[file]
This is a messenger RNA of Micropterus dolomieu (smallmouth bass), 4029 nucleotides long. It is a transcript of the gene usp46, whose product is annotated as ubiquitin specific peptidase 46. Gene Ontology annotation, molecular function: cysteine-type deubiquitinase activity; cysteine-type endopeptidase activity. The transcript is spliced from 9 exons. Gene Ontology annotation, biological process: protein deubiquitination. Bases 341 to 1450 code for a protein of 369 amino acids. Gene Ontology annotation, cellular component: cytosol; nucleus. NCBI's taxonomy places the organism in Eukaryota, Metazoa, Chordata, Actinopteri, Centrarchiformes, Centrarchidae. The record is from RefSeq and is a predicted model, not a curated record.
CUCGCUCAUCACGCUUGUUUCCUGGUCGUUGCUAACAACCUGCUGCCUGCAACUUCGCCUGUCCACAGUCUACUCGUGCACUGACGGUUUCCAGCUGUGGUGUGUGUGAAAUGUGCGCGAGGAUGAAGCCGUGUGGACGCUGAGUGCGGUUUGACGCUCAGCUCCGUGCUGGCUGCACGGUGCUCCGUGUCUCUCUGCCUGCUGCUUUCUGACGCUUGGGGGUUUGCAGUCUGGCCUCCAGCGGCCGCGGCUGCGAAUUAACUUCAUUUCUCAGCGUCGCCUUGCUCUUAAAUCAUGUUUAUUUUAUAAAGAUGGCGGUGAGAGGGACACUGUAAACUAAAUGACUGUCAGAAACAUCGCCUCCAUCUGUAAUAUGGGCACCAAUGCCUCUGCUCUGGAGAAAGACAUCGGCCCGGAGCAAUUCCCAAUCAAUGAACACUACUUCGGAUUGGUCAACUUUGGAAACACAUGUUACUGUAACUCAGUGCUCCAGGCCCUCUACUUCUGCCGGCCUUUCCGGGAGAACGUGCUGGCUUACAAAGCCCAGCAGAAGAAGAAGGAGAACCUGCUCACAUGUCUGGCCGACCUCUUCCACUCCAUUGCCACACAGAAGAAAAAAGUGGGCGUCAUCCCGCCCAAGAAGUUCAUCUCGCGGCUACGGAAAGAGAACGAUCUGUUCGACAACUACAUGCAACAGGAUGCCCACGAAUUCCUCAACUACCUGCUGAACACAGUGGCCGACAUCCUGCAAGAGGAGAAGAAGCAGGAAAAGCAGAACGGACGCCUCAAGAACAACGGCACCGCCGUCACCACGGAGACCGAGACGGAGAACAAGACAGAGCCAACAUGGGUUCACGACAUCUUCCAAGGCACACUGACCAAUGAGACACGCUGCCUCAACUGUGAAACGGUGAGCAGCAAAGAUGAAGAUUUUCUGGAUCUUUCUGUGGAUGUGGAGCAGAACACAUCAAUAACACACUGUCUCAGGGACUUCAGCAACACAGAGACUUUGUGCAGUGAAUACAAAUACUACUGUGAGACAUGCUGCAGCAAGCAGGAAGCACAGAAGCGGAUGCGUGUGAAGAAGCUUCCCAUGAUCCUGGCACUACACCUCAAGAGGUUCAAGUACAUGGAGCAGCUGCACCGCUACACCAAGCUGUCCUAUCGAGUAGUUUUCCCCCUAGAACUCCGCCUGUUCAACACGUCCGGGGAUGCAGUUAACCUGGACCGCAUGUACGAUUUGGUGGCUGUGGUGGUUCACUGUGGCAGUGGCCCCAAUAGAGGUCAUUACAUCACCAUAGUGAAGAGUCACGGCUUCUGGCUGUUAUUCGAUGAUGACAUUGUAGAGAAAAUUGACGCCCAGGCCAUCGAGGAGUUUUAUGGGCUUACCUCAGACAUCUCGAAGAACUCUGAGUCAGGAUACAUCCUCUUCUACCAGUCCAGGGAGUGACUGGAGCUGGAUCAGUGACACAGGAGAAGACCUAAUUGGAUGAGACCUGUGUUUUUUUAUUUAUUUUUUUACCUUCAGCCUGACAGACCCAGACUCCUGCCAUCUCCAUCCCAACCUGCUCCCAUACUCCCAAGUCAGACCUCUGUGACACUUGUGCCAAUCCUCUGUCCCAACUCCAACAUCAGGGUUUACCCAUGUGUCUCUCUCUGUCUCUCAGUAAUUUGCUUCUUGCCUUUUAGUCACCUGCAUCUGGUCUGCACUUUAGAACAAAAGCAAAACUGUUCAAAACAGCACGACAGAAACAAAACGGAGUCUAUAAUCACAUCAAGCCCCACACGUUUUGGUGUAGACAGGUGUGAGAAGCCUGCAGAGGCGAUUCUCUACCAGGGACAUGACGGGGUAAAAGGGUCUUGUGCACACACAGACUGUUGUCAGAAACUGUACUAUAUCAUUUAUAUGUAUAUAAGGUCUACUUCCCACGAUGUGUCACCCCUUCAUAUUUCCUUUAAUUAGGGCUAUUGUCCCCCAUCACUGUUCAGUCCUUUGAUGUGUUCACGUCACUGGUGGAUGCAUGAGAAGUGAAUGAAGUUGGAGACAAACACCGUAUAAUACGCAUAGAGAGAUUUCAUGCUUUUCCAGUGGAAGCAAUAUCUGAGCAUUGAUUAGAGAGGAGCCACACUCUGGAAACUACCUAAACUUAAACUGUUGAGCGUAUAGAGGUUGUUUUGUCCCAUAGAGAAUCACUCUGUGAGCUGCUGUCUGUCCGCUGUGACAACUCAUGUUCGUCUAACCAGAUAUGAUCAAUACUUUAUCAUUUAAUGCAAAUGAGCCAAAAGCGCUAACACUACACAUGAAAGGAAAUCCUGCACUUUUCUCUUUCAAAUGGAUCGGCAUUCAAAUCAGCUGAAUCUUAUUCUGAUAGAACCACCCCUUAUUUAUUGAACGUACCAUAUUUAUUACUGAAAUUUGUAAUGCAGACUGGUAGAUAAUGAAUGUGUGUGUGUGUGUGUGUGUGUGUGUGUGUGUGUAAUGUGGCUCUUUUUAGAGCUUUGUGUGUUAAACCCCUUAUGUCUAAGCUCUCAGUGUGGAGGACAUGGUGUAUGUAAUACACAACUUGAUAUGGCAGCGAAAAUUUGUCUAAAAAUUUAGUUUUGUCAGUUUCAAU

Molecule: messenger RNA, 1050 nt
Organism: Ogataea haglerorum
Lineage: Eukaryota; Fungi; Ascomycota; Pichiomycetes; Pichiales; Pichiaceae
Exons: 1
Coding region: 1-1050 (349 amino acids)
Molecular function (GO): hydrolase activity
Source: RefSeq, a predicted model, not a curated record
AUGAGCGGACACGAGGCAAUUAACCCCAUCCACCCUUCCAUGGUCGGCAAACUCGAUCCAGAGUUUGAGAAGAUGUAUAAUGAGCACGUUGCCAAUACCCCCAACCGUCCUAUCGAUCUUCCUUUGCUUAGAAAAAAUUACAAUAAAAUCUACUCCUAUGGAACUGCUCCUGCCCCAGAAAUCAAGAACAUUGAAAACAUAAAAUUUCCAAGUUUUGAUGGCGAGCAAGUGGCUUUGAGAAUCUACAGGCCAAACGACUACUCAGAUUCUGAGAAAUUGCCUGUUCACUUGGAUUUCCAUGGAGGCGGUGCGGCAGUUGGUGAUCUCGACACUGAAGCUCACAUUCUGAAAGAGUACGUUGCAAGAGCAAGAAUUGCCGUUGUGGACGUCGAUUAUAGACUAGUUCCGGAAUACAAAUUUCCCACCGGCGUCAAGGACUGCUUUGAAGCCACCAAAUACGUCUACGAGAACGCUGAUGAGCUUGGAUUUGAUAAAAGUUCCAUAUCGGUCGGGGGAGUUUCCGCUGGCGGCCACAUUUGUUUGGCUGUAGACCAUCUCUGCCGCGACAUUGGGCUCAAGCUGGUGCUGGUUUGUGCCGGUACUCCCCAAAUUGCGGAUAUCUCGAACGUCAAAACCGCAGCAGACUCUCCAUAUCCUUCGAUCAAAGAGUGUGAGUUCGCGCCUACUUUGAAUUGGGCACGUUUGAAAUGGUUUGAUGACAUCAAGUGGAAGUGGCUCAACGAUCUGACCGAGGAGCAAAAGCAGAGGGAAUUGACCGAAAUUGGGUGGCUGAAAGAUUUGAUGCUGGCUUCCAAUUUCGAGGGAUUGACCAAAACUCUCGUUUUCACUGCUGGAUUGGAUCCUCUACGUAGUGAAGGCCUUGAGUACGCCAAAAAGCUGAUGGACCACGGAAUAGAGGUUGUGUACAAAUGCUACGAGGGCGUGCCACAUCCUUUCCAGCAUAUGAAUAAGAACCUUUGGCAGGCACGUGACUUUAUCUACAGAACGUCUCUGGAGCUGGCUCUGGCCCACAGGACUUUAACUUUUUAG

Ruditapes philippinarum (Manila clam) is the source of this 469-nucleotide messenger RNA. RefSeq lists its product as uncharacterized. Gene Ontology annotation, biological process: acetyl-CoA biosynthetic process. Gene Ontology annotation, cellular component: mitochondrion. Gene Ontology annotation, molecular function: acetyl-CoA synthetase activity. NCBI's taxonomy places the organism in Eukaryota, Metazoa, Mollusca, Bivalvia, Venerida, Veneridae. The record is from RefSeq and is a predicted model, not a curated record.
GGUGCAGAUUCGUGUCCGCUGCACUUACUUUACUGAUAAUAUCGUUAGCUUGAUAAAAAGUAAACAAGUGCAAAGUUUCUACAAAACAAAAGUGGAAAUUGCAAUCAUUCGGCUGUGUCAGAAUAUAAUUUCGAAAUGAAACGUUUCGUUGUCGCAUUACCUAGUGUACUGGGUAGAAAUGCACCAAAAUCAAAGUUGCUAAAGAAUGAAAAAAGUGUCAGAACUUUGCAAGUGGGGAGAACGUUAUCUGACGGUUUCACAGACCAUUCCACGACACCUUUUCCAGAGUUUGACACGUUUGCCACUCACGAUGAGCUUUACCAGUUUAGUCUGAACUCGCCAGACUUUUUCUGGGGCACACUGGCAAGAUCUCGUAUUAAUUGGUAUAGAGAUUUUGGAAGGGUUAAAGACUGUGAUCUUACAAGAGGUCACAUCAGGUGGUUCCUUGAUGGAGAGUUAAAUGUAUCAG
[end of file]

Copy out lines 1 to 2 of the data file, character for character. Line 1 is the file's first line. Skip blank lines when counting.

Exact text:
This is a messenger RNA of Micropterus dolomieu (smallmouth bass), 4029 nucleotides long. It is a transcript of the gene usp46, whose product is annotated as ubiquitin specific peptidase 46. Gene Ontology annotation, molecular function: cysteine-type deubiquitinase activity; cysteine-type endopeptidase activity. The transcript is spliced from 9 exons. Gene Ontology annotation, biological process: protein deubiquitination. Bases 341 to 1450 code for a protein of 369 amino acids. Gene Ontology annotation, cellular component: cytosol; nucleus. NCBI's taxonomy places the organism in Eukaryota, Metazoa, Chordata, Actinopteri, Centrarchiformes, Centrarchidae. The record is from RefSeq and is a predicted model, not a curated record.
CUCGCUCAUCACGCUUGUUUCCUGGUCGUUGCUAACAACCUGCUGCCUGCAACUUCGCCUGUCCACAGUCUACUCGUGCACUGACGGUUUCCAGCUGUGGUGUGUGUGAAAUGUGCGCGAGGAUGAAGCCGUGUGGACGCUGAGUGCGGUUUGACGCUCAGCUCCGUGCUGGCUGCACGGUGCUCCGUGUCUCUCUGCCUGCUGCUUUCUGACGCUUGGGGGUUUGCAGUCUGGCCUCCAGCGGCCGCGGCUGCGAAUUAACUUCAUUUCUCAGCGUCGCCUUGCUCUUAAAUCAUGUUUAUUUUAUAAAGAUGGCGGUGAGAGGGACACUGUAAACUAAAUGACUGUCAGAAACAUCGCCUCCAUCUGUAAUAUGGGCACCAAUGCCUCUGCUCUGGAGAAAGACAUCGGCCCGGAGCAAUUCCCAAUCAAUGAACACUACUUCGGAUUGGUCAACUUUGGAAACACAUGUUACUGUAACUCAGUGCUCCAGGCCCUCUACUUCUGCCGGCCUUUCCGGGAGAACGUGCUGGCUUACAAAGCCCAGCAGAAGAAGAAGGAGAACCUGCUCACAUGUCUGGCCGACCUCUUCCACUCCAUUGCCACACAGAAGAAAAAAGUGGGCGUCAUCCCGCCCAAGAAGUUCAUCUCGCGGCUACGGAAAGAGAACGAUCUGUUCGACAACUACAUGCAACAGGAUGCCCACGAAUUCCUCAACUACCUGCUGAACACAGUGGCCGACAUCCUGCAAGAGGAGAAGAAGCAGGAAAAGCAGAACGGACGCCUCAAGAACAACGGCACCGCCGUCACCACGGAGACCGAGACGGAGAACAAGACAGAGCCAACAUGGGUUCACGACAUCUUCCAAGGCACACUGACCAAUGAGACACGCUGCCUCAACUGUGAAACGGUGAGCAGCAAAGAUGAAGAUUUUCUGGAUCUUUCUGUGGAUGUGGAGCAGAACACAUCAAUAACACACUGUCUCAGGGACUUCAGCAACACAGAGACUUUGUGCAGUGAAUACAAAUACUACUGUGAGACAUGCUGCAGCAAGCAGGAAGCACAGAAGCGGAUGCGUGUGAAGAAGCUUCCCAUGAUCCUGGCACUACACCUCAAGAGGUUCAAGUACAUGGAGCAGCUGCACCGCUACACCAAGCUGUCCUAUCGAGUAGUUUUCCCCCUAGAACUCCGCCUGUUCAACACGUCCGGGGAUGCAGUUAACCUGGACCGCAUGUACGAUUUGGUGGCUGUGGUGGUUCACUGUGGCAGUGGCCCCAAUAGAGGUCAUUACAUCACCAUAGUGAAGAGUCACGGCUUCUGGCUGUUAUUCGAUGAUGACAUUGUAGAGAAAAUUGACGCCCAGGCCAUCGAGGAGUUUUAUGGGCUUACCUCAGACAUCUCGAAGAACUCUGAGUCAGGAUACAUCCUCUUCUACCAGUCCAGGGAGUGACUGGAGCUGGAUCAGUGACACAGGAGAAGACCUAAUUGGAUGAGACCUGUGUUUUUUUAUUUAUUUUUUUACCUUCAGCCUGACAGACCCAGACUCCUGCCAUCUCCAUCCCAACCUGCUCCCAUACUCCCAAGUCAGACCUCUGUGACACUUGUGCCAAUCCUCUGUCCCAACUCCAACAUCAGGGUUUACCCAUGUGUCUCUCUCUGUCUCUCAGUAAUUUGCUUCUUGCCUUUUAGUCACCUGCAUCUGGUCUGCACUUUAGAACAAAAGCAAAACUGUUCAAAACAGCACGACAGAAACAAAACGGAGUCUAUAAUCACAUCAAGCCCCACACGUUUUGGUGUAGACAGGUGUGAGAAGCCUGCAGAGGCGAUUCUCUACCAGGGACAUGACGGGGUAAAAGGGUCUUGUGCACACACAGACUGUUGUCAGAAACUGUACUAUAUCAUUUAUAUGUAUAUAAGGUCUACUUCCCACGAUGUGUCACCCCUUCAUAUUUCCUUUAAUUAGGGCUAUUGUCCCCCAUCACUGUUCAGUCCUUUGAUGUGUUCACGUCACUGGUGGAUGCAUGAGAAGUGAAUGAAGUUGGAGACAAACACCGUAUAAUACGCAUAGAGAGAUUUCAUGCUUUUCCAGUGGAAGCAAUAUCUGAGCAUUGAUUAGAGAGGAGCCACACUCUGGAAACUACCUAAACUUAAACUGUUGAGCGUAUAGAGGUUGUUUUGUCCCAUAGAGAAUCACUCUGUGAGCUGCUGUCUGUCCGCUGUGACAACUCAUGUUCGUCUAACCAGAUAUGAUCAAUACUUUAUCAUUUAAUGCAAAUGAGCCAAAAGCGCUAACACUACACAUGAAAGGAAAUCCUGCACUUUUCUCUUUCAAAUGGAUCGGCAUUCAAAUCAGCUGAAUCUUAUUCUGAUAGAACCACCCCUUAUUUAUUGAACGUACCAUAUUUAUUACUGAAAUUUGUAAUGCAGACUGGUAGAUAAUGAAUGUGUGUGUGUGUGUGUGUGUGUGUGUGUGUGUGUAAUGUGGCUCUUUUUAGAGCUUUGUGUGUUAAACCCCUUAUGUCUAAGCUCUCAGUGUGGAGGACAUGGUGUAUGUAAUACACAACUUGAUAUGGCAGCGAAAAUUUGUCUAAAAAUUUAGUUUUGUCAGUUUCAAU